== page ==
Many of us have grown up believing that being a “math person” is a rare trait reserved for those who effortlessly raise their hands to solve problems or confidently approach the chalkboard. However, the truth is that anyone can be a math person. The key lies in understanding the habits of mind that mathematicians develop, rather than focusing solely on memorization or specific facts learned in school.

Individuals who excel in mathematics often share a common ability to think like mathematicians. Whether this inclination is innate or cultivated through effective teaching, these individuals engage in logical reasoning, visualization, pattern recognition, and experimentation. The misconception that math is merely about memorization overlooks the creative and artistic aspects inherent in mathematical thinking.

Recent neurological research has challenged the notion that some brains are inherently predisposed to excel in mathematics. A 2016 study revealed that mathematical processing occurs in brain regions associated with problem-solving, separate from language processing. This groundbreaking discovery suggests that everyone can develop a mathematical mindset, regardless of perceived innate abilities.

The problem is with how it is taught. Therefore, to reform math education, the focus should shift from memorizing specific facts to cultivating the habits of mind essential for mathematical thinking. Eight standards, such as problem-solving perseverance, abstract reasoning, constructing arguments, modeling with mathematics, strategic tool usage, precision, structural awareness, and recognizing regularity in reasoning, can be explicitly taught alongside traditional math concepts.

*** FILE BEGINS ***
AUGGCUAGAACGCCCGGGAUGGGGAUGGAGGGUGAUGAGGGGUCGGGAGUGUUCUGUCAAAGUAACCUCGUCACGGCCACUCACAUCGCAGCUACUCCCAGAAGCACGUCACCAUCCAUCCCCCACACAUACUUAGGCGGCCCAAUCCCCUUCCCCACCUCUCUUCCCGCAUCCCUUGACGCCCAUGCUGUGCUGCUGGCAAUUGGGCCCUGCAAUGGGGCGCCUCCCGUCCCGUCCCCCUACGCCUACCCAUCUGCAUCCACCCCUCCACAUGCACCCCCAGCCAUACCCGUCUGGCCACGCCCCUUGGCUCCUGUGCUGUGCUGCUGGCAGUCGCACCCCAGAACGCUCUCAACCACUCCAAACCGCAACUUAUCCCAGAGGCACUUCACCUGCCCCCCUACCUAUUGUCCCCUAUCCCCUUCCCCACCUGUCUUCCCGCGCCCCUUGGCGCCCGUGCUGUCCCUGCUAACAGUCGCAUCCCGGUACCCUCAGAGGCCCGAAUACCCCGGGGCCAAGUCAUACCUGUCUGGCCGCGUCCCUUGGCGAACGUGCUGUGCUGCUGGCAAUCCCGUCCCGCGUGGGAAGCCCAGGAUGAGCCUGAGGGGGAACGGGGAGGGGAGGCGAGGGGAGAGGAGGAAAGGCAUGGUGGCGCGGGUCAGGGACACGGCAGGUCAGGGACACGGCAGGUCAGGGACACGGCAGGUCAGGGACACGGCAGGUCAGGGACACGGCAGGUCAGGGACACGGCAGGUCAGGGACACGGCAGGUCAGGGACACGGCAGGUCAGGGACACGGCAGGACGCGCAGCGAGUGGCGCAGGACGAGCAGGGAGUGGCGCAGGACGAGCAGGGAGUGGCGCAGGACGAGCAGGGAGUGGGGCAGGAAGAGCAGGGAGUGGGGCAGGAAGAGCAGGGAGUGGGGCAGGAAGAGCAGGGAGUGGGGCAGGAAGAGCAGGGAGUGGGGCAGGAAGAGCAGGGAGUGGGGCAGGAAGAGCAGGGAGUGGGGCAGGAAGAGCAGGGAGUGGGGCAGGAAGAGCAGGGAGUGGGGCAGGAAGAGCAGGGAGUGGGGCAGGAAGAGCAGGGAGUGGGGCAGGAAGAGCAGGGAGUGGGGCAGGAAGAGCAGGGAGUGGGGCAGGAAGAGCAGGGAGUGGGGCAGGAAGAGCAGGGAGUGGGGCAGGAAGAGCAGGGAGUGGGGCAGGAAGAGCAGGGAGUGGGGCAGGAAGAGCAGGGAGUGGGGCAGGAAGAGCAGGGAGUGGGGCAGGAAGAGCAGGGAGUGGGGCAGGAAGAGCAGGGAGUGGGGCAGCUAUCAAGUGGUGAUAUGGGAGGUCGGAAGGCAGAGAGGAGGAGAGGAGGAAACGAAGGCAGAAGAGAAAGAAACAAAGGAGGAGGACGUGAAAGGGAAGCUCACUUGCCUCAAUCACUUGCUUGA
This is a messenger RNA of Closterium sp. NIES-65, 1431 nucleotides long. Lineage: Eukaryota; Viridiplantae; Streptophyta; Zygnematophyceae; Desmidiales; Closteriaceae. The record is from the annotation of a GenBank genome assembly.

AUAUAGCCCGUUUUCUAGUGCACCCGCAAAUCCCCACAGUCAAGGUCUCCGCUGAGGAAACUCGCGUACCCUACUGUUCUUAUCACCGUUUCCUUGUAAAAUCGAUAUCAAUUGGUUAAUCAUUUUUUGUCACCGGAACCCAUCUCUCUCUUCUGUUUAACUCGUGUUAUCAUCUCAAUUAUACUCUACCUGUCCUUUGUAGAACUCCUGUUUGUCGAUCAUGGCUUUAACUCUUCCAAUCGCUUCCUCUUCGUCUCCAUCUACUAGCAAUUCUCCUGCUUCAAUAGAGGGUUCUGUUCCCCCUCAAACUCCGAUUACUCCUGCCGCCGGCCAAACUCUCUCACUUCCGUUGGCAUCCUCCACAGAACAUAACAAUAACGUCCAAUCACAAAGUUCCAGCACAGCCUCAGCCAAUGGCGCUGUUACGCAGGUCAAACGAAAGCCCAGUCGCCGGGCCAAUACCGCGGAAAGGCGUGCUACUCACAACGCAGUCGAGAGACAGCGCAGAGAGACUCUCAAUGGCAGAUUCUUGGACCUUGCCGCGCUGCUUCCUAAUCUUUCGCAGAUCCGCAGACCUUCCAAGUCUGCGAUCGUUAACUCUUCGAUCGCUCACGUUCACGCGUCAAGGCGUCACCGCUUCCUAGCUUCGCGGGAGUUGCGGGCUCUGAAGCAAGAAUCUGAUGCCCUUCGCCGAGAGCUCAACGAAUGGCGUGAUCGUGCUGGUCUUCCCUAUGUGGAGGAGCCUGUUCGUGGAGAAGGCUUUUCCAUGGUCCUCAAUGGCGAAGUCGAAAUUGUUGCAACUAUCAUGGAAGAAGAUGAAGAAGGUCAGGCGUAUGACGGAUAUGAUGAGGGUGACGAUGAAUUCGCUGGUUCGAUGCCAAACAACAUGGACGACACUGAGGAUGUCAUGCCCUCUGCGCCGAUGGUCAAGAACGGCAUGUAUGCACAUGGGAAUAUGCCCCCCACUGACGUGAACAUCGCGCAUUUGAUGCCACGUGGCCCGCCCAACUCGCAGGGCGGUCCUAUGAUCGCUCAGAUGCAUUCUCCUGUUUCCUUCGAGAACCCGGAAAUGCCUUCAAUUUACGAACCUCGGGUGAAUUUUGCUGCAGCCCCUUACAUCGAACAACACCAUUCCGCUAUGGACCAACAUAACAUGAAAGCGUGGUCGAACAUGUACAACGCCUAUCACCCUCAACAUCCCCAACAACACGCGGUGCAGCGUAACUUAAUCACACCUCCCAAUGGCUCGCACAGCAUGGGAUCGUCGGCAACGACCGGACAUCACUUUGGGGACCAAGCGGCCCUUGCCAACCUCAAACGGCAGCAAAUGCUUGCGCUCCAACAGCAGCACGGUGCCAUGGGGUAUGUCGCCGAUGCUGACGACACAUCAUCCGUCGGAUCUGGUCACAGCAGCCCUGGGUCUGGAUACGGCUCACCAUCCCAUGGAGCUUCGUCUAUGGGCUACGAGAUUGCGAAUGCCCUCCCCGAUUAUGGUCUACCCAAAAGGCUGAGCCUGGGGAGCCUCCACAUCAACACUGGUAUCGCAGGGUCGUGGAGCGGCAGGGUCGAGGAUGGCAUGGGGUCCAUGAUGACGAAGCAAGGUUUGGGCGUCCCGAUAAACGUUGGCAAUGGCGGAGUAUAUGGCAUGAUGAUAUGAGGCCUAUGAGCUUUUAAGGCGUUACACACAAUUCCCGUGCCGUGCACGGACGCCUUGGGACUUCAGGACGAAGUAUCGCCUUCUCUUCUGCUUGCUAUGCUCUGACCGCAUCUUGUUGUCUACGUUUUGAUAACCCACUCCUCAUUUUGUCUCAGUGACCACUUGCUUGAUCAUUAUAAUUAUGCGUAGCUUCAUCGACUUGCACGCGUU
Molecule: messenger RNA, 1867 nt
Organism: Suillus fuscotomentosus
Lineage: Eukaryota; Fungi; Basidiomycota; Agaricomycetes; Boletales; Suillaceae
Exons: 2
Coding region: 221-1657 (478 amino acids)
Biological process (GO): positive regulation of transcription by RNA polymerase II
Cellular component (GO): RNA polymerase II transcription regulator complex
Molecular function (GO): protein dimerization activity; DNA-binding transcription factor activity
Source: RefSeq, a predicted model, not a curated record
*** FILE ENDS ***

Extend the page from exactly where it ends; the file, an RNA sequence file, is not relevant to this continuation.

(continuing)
Thinking like a mathematician aligns with the skills needed in the 21st century. Rather than emphasizing rote memorization, math education should encourage students to become pattern sniffers, experimenters, describers, tinkerers, inventors, visualizers, conjecturers, and guessers. These habits of mind foster a deeper understanding of mathematics and promote creative thinking.

Word problems, especially those mirroring real-life situations, play a crucial role in math education. While the problems presented in classes may be contrived, they serve as valuable tools for developing problem-solving skills and instilling habits of mind conducive to creative thinking. Real-world applications provide context and relevance, making math more engaging and applicable beyond the classroom.

Dispelling the myth of the “math person,” it becomes evident that mathematical thinking is a skill that can be developed by anyone. By embracing the habits of mind employed by mathematicians and reforming math education to prioritize these skills, we can empower individuals to think creatively and approach mathematics with confidence. In doing so, we not only unlock the potential within each learner but also contribute to the development of essential 21st century skills for the benefit of society as a whole.